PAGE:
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The books may balance but expectations don’t

Aug 24th, 2011 | By | Category: Latest News, News, Uncategorized

WORK ethic or a balance between work and lifestyle – which one matters most?

A worldwide survey accounting employers and employees shows they have clashing viewpoints over what they believe is most important in a job.

The illustration below shows what accounting employees want in their work:

The employers think work ethic is the top priority, while their workers want balance.

“Employers encourage staff to work late by providing meals and taxis home, while employees will try to get out of the office as early as possible regardless of the benefits offered for staying late,” says Marcus Emery, a tax manager at FNZ.

The remuneration study – organised by the New Zealand Institute of Chartered Accountants as part of a global survey which drew over 9000 replies – asked respondents to list their top three considerations when looking at a job offer or (employers) trying to lure an employee into a role.

More than 60% of the 5547 NZ employees who responded said a “work/life” balance was a priority to them when considering a new position, in contrast to fewer than 10% of employers when offering a job.

After work/life balance, employees chose earning potential.

“It means they want to get paid lots of money for doing not very much,” said one spectator at a results presentation held by the institute in Wellington.

Asked the most important qualities they look for in a new employee, 58% of the 4608 NZ employers ranked work ethic in their top three, with 28% putting it at number one.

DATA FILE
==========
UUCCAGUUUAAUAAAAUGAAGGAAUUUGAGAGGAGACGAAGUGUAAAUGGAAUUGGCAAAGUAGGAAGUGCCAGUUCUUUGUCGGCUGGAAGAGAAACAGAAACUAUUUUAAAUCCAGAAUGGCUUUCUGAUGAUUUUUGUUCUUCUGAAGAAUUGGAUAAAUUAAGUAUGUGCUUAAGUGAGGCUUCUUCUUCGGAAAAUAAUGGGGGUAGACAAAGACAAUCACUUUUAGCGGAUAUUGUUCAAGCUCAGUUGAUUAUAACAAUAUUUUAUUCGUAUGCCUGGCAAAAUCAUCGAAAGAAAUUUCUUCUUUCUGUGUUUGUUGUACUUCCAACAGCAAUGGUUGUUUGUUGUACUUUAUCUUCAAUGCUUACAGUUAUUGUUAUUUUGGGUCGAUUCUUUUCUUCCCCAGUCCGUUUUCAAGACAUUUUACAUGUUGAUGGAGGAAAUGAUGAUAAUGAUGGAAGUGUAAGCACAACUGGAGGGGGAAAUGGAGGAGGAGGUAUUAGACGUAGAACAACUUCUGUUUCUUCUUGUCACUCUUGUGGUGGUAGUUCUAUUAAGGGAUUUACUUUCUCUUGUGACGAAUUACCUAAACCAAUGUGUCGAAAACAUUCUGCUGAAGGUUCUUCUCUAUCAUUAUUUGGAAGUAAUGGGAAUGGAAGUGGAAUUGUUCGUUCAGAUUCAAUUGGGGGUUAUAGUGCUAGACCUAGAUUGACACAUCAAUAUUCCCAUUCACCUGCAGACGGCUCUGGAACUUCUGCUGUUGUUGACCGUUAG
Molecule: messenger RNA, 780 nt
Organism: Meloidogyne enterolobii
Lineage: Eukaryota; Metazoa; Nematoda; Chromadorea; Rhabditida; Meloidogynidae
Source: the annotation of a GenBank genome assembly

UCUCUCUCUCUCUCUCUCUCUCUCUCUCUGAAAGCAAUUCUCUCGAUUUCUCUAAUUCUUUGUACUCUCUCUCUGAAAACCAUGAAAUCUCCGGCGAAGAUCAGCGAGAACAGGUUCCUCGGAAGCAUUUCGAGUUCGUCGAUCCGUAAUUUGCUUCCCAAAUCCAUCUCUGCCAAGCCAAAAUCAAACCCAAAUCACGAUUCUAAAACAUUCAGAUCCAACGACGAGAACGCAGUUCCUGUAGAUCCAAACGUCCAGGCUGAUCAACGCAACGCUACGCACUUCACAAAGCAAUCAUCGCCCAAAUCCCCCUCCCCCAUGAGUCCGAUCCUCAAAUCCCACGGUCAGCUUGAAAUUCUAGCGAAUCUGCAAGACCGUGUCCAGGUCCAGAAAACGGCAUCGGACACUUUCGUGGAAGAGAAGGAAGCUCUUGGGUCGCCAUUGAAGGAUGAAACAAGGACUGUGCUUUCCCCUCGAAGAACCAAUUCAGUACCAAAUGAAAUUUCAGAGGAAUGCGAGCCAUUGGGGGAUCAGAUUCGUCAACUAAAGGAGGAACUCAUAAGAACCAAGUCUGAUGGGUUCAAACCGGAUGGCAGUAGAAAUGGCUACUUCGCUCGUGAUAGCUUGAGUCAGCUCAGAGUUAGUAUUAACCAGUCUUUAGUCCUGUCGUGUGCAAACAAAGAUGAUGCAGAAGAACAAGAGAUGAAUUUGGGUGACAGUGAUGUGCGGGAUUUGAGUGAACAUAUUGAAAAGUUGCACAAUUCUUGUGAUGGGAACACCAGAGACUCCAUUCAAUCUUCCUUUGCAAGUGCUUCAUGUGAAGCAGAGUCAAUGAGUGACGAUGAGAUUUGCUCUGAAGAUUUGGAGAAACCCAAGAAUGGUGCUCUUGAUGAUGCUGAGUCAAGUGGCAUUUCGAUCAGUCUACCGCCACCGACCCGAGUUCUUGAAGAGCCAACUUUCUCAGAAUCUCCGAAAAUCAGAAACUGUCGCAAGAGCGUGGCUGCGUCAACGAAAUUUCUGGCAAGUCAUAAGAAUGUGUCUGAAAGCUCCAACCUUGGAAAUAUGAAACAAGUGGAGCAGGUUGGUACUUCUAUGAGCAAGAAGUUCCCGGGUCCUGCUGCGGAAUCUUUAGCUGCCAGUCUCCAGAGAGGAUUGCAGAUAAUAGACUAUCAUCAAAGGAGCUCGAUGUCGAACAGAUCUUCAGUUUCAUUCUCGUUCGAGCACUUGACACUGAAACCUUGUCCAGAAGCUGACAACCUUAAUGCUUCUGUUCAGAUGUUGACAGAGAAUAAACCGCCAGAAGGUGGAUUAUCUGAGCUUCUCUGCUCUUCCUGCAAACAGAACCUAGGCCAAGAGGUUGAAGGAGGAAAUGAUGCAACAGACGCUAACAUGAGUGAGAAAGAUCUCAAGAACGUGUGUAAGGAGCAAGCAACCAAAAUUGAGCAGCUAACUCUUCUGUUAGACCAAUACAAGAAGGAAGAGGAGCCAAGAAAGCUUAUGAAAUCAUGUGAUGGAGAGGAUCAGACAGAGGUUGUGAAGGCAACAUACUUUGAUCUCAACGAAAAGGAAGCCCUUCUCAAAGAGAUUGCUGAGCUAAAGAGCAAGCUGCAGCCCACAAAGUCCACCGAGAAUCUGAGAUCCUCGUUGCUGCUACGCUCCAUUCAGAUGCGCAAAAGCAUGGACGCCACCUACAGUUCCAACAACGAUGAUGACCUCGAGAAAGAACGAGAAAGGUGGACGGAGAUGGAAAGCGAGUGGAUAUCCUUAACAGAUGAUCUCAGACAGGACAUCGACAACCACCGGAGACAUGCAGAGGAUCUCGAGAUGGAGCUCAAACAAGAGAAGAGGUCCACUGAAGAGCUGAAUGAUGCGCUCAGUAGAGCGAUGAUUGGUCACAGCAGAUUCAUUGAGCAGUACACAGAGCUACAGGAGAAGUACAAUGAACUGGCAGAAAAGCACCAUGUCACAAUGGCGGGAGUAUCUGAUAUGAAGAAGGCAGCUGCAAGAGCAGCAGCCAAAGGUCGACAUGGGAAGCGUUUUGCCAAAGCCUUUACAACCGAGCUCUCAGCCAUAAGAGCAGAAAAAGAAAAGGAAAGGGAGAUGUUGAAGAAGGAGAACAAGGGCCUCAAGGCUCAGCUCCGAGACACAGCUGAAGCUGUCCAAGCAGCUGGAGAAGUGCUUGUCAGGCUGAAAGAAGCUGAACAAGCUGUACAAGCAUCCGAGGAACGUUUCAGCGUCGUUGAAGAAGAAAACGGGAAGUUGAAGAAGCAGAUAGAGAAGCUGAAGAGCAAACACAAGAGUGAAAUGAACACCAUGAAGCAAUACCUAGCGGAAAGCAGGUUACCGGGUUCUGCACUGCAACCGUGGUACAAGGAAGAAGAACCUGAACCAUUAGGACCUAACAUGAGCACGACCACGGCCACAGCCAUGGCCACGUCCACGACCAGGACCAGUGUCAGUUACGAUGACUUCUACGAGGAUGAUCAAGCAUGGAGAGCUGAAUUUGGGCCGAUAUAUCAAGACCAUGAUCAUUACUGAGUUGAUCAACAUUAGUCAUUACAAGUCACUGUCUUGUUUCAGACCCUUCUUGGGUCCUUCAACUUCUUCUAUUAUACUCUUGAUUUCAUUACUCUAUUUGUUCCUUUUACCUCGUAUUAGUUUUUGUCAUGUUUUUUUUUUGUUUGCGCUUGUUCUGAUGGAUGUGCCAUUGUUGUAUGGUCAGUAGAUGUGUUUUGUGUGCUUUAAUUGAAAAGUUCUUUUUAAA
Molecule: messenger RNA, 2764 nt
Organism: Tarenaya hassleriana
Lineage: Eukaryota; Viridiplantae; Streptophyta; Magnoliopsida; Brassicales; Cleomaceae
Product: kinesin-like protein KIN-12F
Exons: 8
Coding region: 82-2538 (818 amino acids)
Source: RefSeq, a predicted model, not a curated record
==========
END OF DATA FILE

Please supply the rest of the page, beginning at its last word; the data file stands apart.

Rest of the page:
Employers also had to rank the top three offerings they used to attract employees.

Top choice was organisational culture (just under 40%), followed by an even spread between earning potential, career advancement and training and development opportunities (slightly above 20%). 

There were murmurings at the presentation that this represented the current mindset of Generation Y, but the results analysis did not allow age comparisons.

“Younger people often expect to be compensated immediately for going above and beyond and working long hours, where older people see this as part of the job,” says Marcus Emery.

The remuneration survey, in addition to looking at what employers and workers felt was important in a job, examined a number of other parts of the accounting industry, including pay scales with relation to area, age, role and gender.

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is a journalism student at Whitireia who likes nothing more than a good scoop. Except for maybe a double scoop.
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